Marvel and DC are currently locked in a war for your entertainment money. That’s not really news to you, is it? I didn’t think so. It wasn’t a sudden realization for me either. It’s been going on my whole life and is just the nature of business. Actually, it’s a blessing for the comic industry that there is such a closely contested rivalry. Think of all the ways that rivalry has pushed these two companies to try new things and provide new services in the hopes of earning more of your money. Again, not news, and you’re probably wondering what my point is. Well, I’ve been a long time fan and although I’ve never followed any one company exclusively, I’ve always considered myself a Marvel guy. My first comics were Spider-Man, X-Men, and Fantastic Four. Sure, along the way I read some Superman, Batman, Flash, and Green Lantern.
As I grew older, there was the inevitable Harvey and Archie comics. And as I entered my teen years there was an increasing appetite for more independent titles. But it always comes back to those first titles, doesn’t it? Flash forward to the Marvel of 2007, 2008 and 2009 where we see an increasing use of story lines spanning a majority of the titles they put out, mega events that require purchasing ever more titles. I began to resent the constant intrusion into my buying habits. There are plenty of good books by other companies that I felt I had to set aside in order to keep up with what was going on at “my company”. My resentment grew through out the much-maligned One More Day storyline. Not because it was bad, but because it felt like an end to the character I had read my whole life. Since that time I haven’t read an issue of Spider-Man and I really don’t feel a need to go back to it. I still consider myself a fan of the character, but I’m not interested in reading any more about him, I guess.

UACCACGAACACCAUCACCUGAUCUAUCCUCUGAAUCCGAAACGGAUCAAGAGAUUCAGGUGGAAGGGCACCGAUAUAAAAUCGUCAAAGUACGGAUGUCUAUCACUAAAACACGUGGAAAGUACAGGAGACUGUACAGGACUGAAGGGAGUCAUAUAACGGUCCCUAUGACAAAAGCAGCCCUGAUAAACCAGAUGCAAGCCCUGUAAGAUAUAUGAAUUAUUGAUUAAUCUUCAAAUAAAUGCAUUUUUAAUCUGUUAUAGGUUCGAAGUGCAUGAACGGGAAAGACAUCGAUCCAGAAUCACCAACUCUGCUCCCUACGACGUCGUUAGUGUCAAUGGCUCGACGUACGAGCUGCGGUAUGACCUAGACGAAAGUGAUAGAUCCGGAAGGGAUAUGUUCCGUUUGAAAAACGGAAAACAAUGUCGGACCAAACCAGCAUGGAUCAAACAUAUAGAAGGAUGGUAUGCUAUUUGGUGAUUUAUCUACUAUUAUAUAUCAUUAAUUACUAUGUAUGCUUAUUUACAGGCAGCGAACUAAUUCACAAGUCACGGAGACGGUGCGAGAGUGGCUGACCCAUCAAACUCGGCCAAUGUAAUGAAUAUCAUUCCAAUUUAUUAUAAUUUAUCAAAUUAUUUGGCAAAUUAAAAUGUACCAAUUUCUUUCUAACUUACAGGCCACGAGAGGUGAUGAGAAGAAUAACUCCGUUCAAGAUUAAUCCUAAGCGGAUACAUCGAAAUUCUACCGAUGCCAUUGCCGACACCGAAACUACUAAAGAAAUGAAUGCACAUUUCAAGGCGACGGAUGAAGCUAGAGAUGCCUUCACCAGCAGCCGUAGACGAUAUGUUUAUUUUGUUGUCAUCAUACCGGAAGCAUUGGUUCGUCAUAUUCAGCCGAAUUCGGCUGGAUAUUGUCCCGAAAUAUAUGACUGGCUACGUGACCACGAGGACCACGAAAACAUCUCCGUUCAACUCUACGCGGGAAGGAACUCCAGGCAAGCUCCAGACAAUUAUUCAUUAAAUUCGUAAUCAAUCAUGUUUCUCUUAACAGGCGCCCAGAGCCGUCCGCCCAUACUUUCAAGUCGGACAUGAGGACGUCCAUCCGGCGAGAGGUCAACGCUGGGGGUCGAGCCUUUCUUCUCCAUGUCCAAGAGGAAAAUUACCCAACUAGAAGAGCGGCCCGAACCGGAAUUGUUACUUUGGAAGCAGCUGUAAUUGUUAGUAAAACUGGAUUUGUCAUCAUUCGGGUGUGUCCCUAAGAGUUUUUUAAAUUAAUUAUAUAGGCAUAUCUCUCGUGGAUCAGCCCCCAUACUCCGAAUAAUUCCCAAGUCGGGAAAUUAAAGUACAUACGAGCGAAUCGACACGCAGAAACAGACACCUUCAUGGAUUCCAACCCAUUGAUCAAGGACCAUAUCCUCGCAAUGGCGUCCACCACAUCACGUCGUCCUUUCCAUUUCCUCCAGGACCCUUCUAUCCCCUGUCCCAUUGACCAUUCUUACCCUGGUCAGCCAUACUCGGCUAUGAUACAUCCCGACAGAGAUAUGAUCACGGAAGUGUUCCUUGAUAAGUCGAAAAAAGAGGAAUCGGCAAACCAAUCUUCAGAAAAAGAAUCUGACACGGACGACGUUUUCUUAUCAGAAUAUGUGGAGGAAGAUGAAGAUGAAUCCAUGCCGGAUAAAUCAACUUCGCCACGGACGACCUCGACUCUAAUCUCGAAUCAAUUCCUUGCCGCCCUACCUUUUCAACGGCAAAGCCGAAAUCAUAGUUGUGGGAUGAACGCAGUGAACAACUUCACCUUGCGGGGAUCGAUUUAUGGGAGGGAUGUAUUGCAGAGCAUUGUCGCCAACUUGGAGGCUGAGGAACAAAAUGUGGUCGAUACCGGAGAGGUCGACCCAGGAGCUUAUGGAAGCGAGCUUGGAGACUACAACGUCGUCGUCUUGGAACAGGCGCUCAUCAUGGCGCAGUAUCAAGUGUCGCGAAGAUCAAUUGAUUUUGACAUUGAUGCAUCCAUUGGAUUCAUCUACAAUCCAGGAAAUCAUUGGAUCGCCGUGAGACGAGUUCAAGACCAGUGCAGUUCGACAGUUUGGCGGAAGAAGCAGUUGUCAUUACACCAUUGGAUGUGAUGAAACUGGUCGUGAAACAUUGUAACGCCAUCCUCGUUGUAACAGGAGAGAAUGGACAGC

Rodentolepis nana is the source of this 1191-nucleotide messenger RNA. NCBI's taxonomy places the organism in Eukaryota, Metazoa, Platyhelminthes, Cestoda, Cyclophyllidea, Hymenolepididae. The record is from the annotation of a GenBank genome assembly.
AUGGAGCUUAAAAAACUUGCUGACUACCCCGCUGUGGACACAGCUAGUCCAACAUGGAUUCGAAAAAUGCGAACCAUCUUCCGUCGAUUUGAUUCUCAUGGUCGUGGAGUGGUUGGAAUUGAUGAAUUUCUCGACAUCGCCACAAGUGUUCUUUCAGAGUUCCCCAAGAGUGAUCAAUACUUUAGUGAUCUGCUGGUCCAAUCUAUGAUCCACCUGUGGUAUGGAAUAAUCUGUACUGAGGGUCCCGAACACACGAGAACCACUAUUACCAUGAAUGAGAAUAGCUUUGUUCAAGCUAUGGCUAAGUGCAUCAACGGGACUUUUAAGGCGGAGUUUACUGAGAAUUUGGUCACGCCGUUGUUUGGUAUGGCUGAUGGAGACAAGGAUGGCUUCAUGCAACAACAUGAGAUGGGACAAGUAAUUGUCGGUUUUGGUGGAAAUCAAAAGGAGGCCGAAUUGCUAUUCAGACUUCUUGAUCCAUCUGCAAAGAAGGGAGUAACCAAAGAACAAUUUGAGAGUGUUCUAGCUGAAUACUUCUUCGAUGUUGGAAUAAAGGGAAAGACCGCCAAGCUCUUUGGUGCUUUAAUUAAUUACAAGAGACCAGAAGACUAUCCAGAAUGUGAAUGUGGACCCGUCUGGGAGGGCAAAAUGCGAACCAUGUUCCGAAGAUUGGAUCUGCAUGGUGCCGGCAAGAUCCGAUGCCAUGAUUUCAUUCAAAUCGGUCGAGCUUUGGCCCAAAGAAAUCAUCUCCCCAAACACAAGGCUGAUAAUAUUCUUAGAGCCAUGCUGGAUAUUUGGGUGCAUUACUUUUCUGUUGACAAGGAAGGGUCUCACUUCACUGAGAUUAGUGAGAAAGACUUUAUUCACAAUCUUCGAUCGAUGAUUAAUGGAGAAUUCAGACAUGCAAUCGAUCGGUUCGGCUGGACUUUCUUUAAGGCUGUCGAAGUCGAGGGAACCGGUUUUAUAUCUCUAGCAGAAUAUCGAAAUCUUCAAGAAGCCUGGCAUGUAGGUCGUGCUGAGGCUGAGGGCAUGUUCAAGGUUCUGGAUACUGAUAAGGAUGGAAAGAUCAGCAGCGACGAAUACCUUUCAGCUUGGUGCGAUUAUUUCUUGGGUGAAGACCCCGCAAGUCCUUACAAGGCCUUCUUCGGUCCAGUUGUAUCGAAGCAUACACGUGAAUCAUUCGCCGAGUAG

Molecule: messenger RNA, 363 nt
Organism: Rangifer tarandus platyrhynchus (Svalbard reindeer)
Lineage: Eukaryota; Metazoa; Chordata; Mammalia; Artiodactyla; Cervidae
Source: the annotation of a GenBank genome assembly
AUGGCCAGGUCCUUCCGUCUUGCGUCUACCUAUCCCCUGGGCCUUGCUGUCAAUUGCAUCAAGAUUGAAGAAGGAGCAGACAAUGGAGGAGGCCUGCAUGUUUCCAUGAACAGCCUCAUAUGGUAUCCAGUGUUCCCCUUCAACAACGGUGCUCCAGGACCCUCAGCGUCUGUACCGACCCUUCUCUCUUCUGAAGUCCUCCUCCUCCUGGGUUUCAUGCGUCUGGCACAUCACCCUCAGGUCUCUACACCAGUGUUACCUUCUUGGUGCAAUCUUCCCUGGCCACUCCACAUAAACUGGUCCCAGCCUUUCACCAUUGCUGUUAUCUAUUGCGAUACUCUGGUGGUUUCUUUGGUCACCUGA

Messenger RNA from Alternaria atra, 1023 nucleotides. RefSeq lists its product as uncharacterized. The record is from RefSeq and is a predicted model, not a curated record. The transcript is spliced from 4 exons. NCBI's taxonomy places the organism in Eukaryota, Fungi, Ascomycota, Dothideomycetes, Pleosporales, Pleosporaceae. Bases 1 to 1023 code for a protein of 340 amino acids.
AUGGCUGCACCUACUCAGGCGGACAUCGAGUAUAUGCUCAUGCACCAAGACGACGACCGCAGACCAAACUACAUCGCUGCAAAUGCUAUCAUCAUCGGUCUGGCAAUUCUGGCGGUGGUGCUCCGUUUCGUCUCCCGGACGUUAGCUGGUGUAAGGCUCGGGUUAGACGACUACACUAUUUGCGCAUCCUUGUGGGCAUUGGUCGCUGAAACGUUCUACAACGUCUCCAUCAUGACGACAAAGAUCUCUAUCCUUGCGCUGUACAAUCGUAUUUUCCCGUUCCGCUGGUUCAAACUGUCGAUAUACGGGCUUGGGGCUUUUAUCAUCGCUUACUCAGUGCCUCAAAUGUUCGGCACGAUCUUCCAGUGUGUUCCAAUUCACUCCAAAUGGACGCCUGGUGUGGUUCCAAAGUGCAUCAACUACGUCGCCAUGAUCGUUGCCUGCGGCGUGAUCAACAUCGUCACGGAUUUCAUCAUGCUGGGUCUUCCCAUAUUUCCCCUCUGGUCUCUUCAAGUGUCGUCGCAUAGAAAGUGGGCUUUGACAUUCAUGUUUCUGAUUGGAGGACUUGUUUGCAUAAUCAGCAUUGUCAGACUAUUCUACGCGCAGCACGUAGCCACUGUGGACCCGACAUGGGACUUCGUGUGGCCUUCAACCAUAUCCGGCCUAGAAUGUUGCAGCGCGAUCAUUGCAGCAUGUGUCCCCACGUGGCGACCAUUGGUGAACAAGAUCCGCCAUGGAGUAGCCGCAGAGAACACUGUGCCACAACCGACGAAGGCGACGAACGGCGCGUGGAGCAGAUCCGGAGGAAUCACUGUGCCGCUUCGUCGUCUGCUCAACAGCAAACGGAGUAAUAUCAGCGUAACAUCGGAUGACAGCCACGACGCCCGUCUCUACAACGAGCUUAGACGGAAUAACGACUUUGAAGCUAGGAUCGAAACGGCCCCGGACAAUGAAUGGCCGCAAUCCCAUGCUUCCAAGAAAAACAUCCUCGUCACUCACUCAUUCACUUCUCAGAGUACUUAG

Since One More Day both Marvel and DC have released a slew of events. And with each one I’ve slowly found myself drawn more to what DC is doing with their events. I’m not saying everything they have done has been perfect. Far from it, but the way they are approaching these events appeals to me. First, there doesn’t seem to be quite as much “break the bank” quality to the events. I don’t feel like there’s an overwhelming amount of product to buy in order to keep up. Second, the main event is contained within the main series or mini. I feel free to skip any extra titles or tie-ins without fear of missing key elements of the story. And finally, DC isn’t pushing the price increase quite as hard. Yes, there have been some pricier comics from them but they seem to be taking a back seat and following Marvel’s lead. I somehow find that more acceptable.
As event fatigue settles in and I grow increasingly weary of having to pick up extra books and pay more money for them, I have to wonder, how many others are feeling this? Could this be Marvel’s Blackest Night? DC has managed to keep things a little more self-contained. They aren’t pushing fairly large price increases on the consumer during a fairly large recession. My defection is complete, but I wonder as things continue down this path if there will be a larger migration from one company to the other, leaving Marvel to suffer reader backlash because it led the way down a path readers may not want to go. Mostly, I hope not. I wish the company well as they continue to produce comics about some of my favorite fictional characters.
I hope I’m wrong, I hope this doesn’t turn out to be Marvel’s Blackest Night, but I don’t think I’m going to stick around and be part of it.